A Canadian hockey ref’s unusual fundraiser for Alzheimer’s research has caught the attention of his musical heroes.
Steve McNeil is from Toronto but has been travelling across the country to skate for 19 hours and 26 minutes in each of Canada’s NHL cities, raising awareness and money for local Alzheimer’s societies.
His effort is a tribute to his mother, who had the neurological disease, and to Malcolm Young, who co-founded the iconic Australian rock band AC/DC and died from dementia in 2017 at age 64.
Now the musician’s younger brother, band co-founder and lead guitarist Angus Young, wants to donate to McNeil’s cause.
The band’s accountant, Vicky Granados of the accounting firm Prager Metis, says Young and his wife, Ella, “stumbled across” an article about McNeil’s 19-hour skates and asked her to write CBC for more details about supporting his fundraiser.
“It’s funny how things work in the world, but rock-and-roll is such a powerful tool,” McNeil said when he heard the good news. “This is AC/DC. This could open so many doors.”
Malcolm Young played rhythm guitar, sang backing vocals and co-wrote many of the songs before his untimely death. His brother and wife have also had other family members and friends who suffered from Alzheimer’s.
Since learning of the promised donation, McNeil has asked Angus Young to donate to the Alzheimer Society of Canada — specifically its music programs for patients. He didn’t know how much the donation would be.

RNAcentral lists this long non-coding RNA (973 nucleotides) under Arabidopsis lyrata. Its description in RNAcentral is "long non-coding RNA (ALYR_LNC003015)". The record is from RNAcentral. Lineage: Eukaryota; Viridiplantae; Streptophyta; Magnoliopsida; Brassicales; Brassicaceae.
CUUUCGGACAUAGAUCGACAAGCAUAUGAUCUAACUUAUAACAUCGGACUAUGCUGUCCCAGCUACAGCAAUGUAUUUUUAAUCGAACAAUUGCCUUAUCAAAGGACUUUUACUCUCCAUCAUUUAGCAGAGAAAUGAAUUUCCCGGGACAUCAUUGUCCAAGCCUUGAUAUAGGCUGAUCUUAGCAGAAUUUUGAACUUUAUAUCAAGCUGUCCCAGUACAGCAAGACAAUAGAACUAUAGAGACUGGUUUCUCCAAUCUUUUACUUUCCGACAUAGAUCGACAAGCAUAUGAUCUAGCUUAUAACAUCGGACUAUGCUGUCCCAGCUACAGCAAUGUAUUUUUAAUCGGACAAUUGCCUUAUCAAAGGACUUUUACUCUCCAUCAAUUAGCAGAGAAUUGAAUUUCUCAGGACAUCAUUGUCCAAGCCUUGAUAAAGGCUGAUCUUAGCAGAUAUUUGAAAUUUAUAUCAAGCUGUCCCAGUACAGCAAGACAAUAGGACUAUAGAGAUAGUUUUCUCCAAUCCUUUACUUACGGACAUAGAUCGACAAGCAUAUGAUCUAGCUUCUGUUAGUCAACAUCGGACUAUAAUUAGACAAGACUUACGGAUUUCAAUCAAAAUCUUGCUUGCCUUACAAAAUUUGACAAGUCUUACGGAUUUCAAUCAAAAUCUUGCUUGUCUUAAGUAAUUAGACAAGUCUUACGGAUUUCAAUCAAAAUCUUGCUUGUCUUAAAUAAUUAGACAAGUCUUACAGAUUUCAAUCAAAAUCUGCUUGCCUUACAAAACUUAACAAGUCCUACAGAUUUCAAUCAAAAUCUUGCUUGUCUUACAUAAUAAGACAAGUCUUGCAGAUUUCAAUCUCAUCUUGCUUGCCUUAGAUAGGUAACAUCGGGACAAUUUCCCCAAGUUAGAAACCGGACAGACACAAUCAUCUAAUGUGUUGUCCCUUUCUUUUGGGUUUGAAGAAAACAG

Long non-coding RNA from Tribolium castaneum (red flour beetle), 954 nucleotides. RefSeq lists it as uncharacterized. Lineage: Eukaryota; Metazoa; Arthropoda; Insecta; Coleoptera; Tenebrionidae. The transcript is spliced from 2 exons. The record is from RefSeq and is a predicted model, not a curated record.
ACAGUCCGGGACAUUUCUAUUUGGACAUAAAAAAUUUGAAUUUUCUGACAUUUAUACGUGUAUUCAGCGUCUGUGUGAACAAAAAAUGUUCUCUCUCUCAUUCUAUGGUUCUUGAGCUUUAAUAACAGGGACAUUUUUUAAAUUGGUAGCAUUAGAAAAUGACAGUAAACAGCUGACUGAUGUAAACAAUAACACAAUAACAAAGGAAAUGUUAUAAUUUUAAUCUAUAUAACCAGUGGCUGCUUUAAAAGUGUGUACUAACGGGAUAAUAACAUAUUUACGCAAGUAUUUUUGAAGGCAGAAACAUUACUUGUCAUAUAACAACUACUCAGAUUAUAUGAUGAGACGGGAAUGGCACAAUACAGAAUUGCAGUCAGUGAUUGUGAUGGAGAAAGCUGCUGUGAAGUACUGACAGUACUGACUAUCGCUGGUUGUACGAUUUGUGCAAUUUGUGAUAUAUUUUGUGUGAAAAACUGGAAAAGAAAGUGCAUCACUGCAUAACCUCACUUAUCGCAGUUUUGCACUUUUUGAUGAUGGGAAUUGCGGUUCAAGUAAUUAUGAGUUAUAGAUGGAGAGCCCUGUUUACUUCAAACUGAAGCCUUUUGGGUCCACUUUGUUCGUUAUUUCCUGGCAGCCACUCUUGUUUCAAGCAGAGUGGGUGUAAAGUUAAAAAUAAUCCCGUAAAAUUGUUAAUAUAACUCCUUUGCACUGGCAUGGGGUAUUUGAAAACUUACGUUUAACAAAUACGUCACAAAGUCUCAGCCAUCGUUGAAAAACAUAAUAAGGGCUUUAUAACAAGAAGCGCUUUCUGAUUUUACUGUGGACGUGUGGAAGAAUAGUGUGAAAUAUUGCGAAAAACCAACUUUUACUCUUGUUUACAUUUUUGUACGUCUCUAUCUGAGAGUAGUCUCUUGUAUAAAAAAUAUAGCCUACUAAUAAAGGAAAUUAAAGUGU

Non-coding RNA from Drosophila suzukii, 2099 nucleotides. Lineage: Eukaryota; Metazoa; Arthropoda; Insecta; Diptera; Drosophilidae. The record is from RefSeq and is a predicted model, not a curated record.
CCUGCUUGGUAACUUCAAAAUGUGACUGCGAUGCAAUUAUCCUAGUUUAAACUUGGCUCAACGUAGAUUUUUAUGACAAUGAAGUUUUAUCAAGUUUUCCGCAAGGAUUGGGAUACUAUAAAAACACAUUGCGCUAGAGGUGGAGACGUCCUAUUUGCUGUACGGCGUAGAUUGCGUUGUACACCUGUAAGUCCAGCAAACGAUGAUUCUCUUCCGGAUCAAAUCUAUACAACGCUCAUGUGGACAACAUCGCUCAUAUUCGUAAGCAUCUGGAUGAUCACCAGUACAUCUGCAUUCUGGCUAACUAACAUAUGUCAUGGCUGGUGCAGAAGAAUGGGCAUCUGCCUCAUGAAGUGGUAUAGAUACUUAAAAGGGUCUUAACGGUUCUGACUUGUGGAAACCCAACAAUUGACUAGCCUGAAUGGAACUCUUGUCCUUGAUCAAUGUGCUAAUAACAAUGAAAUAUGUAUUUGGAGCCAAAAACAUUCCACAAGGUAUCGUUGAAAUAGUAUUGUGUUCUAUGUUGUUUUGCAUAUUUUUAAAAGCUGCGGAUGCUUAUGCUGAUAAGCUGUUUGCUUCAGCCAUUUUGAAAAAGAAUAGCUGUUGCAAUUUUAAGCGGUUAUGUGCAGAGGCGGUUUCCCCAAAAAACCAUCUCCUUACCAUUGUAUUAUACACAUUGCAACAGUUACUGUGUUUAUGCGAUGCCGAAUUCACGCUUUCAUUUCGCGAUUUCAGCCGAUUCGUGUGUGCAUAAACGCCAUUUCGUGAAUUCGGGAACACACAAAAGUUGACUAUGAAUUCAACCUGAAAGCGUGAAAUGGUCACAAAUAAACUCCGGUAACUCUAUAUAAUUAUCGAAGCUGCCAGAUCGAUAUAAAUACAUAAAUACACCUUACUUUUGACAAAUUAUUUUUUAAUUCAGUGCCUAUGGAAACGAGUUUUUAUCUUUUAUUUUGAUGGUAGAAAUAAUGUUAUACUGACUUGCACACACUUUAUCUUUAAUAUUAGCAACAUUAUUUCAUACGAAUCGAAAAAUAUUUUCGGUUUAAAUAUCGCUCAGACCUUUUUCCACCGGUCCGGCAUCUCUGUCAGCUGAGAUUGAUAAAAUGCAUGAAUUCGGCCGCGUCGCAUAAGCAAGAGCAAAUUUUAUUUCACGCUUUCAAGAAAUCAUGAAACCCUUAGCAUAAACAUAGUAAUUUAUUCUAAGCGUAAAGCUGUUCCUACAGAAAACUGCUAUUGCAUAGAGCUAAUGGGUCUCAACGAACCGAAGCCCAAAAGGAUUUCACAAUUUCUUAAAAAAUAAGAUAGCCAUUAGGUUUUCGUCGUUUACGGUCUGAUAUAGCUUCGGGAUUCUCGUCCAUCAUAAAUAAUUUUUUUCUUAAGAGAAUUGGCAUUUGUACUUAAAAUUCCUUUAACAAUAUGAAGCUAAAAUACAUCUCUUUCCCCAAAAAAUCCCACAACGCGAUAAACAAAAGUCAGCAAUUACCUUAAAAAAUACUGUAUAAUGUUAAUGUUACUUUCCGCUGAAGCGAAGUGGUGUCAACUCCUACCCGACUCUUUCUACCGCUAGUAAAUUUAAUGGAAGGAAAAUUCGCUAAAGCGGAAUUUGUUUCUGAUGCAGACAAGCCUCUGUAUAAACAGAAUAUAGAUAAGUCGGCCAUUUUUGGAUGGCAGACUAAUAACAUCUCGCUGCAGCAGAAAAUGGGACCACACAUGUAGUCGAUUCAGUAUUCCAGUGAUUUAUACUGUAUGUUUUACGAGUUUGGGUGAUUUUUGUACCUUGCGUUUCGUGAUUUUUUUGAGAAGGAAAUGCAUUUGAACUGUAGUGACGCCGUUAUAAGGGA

‘An emotional lottery’
McNeil says he’s had Malcolm Young top of mind throughout his marathon skates. When he gets cold in the brutal Canadian nights, he cranks AC/DC and imagines his mother’s good cooking to stay warm.
“It’s like touching an emotional lottery. You’ve got to understand, this is what’s been my driving force,” said McNeil.
“When I go out in these conditions, that’s all I listen to because it’s my tribute to Angus and the boys — because I know they lost a big part of their family.”
Chat with AC/DC drummer
At the Calgary skate on Saturday, another AC/DC band member reached out to McNeil. Drummer Chris Slade has a son who lives in the Alberta city and saw the story.
The son brought his family to the rink and they video-chatted Slade.
“I was a little giddy, I’ll admit that,” McNeil said.
They talked about Malcolm Young and McNeil’s mother, who lived with Alzheimer’s for nearly 20 years. McNeil named his challenge #1926Skate after the year of her birth.
The length of his events also pays tribute to the long days that caregivers spend on dementia patients, he says. McNeil cared for his mother before she went into a nursing home.
McNeil heads to Winnipeg next, hoping to wrap up his NHL city tour at the Forks on Wednesday afternoon.
“Life’s too short to take anything for granted. I wear those AC/DC pants, I wear them proudly,” McNeil said.
“Tomorrow I’m going to step on the ice, and I’m going to begin accomplishing the seventh of seven cities outdoors in Canada in February.
“How cool is that?”
More than half a million Canadians are living with dementia, according to the Alzheimer Society of Canada. That figure is expected to nearly double in 15 years.